Hidden loneliness: exploring the isolation caused by violence against women and girls

When you think of loneliness, what’s the image that comes to mind? Perhaps a solitary elderly person, nursing a cup of tea in the living room. A young child at school, hiding away from bullies in the playground. Or possibly a refugee who has lost their family, standing in a sea of unfamiliar faces, forced into an unknown new world alone.

But how often do you picture a woman or girl who has experienced gender-based violence (GBV)? At first glance, this group might not seem to have much in common with the elderly or those we commonly assume to feel  ‘alone’. Yet there’s increasing anecdotal evidence demonstrating links between violence against women and girls (VAWG) and experiences of loneliness and social isolation. 

Trigger warning: this piece contains discussion of gender-based violence, including sexual violence, and the impacts this can have.


Violence Against Women and Girls (VAWG) is defined by the UN as  'any act of gender-based violence that results in, or is likely to result in, physical, sexual or psychological harm or suffering to women…’ 

Examples range from domestic abuse and rape, to sexual harrassment, intimidation and stalking. Globally, 1 in 3 women will experience sexual assault in their lifetime. In the UK alone, 1 in 4 women will experience domestic violence and 1 in 5 will experience sexual assault. Economic violence is also recognised as a form of GBV, including acts such as the restriction of financial resources, or other types of coercive control. Any act of violence against a woman or girl violates their human rights, as enshrined in the Convention on the Elimination of All Forms of Violence Against Women. 

Whilst specific data connecting VAWG to experiences of loneliness doesn’t exist, it’s possible to infer links between the two

For example, in the case of domestic abuse, social isolation is a specific tactic used by an abuser to gain control over their victim. An abuser may use emotional manipulation to distance the victim from their friends or family, sowing disconnection that prevents the victim from being able to seek help and others from noticing that something isn’t right.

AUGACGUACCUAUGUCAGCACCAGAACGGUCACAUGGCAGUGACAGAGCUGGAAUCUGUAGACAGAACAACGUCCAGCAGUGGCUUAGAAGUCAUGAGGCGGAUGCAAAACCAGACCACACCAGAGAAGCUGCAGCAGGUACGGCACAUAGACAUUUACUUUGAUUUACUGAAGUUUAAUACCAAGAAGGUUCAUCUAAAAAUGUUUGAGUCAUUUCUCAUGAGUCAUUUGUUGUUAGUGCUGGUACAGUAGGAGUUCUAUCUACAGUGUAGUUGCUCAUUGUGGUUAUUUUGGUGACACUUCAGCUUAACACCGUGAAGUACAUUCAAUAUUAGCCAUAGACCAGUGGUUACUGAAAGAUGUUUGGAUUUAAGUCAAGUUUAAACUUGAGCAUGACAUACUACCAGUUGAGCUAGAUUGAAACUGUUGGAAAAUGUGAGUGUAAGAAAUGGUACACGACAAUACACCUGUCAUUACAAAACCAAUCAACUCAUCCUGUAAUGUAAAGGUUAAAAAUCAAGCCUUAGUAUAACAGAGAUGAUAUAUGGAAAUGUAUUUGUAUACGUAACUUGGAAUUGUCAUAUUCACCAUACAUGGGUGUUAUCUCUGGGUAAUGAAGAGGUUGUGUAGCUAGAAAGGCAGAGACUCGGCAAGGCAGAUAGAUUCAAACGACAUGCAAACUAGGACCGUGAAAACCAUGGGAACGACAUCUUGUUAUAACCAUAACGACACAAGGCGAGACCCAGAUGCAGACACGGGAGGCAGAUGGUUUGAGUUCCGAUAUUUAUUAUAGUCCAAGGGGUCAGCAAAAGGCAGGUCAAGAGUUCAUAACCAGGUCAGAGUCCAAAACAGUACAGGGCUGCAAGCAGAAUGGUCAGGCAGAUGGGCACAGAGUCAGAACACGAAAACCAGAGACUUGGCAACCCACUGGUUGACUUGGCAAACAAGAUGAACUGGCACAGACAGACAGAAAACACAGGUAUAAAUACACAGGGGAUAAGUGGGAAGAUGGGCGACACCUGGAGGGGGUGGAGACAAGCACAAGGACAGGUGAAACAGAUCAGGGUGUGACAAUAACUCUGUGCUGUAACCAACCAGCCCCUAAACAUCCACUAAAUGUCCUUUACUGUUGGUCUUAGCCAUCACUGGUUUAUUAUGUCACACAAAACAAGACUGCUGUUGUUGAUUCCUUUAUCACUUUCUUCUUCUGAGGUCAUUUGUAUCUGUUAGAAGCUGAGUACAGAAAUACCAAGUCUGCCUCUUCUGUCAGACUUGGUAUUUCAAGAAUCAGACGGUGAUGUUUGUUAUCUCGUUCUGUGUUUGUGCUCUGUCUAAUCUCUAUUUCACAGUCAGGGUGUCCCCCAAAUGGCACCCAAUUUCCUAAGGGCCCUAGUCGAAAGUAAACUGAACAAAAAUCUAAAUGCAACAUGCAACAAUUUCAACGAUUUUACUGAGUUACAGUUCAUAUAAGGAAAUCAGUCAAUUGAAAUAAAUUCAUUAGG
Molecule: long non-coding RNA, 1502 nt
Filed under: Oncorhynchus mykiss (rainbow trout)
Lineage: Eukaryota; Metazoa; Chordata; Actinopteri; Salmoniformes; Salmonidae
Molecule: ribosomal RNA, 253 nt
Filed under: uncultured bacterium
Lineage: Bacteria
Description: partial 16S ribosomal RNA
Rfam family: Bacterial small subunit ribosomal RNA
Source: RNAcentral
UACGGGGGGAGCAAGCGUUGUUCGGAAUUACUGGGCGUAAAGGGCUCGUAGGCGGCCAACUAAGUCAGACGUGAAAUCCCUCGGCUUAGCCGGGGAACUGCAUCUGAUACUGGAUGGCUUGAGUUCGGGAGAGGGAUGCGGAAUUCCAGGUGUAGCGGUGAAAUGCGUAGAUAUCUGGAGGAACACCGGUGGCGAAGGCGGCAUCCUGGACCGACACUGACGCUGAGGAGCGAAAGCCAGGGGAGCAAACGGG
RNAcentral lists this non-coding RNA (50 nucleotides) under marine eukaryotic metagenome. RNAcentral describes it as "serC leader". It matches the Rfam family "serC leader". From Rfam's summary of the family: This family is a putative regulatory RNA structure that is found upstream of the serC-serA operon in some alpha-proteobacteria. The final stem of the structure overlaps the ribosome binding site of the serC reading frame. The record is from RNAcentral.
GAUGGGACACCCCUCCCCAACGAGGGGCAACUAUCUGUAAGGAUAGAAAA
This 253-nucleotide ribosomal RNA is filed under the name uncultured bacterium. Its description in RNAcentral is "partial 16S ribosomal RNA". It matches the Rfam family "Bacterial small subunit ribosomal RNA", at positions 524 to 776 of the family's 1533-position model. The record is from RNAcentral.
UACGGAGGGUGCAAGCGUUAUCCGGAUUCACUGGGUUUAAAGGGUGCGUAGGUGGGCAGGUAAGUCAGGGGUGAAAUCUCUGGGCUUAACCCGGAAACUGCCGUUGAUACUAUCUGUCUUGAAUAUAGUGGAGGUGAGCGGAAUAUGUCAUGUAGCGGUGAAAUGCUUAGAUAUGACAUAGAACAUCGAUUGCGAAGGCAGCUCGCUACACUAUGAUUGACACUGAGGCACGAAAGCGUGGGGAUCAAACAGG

The Covid-19 pandemic has brought the issues of VAWG and loneliness into sharp relief 

In particular, a recent policy briefing by UN Women sheds light on the “shadow pandemic” of violence against women and girls. Since the start of the pandemic, countries with ‘stay at home’ measures have seen a marked increase in reports of violence against women. In the UK, there was a 25% rise in phone calls to the National Domestic Abuse Helpline during the first week of lockdown in March. A survey by Women’s Aid also found that 67% of women currently experiencing domestic violence said it had worsened during the pandemic, with one respondent saying: “I’m lonely, feel isolated, like a sitting duck.”

At The Jo Cox Foundation, we co-founded the Connection Coalition at the start of the pandemic

This Coalition is designed to support its civil society, voluntary and corporate members to best support the emotional and social wellbeing needs of the nation, with a particular focus on loneliness and social isolation. Our members have consistently told us that their communities face barriers to overcoming loneliness and social isolation such as a lack of digital access and literacy, caring responsibilities, financial barriers, or cultural stigma. It’s likely that these factors will significantly impact women and girls in need of support at a time when social distancing measures may have isolated them from their previous support networks.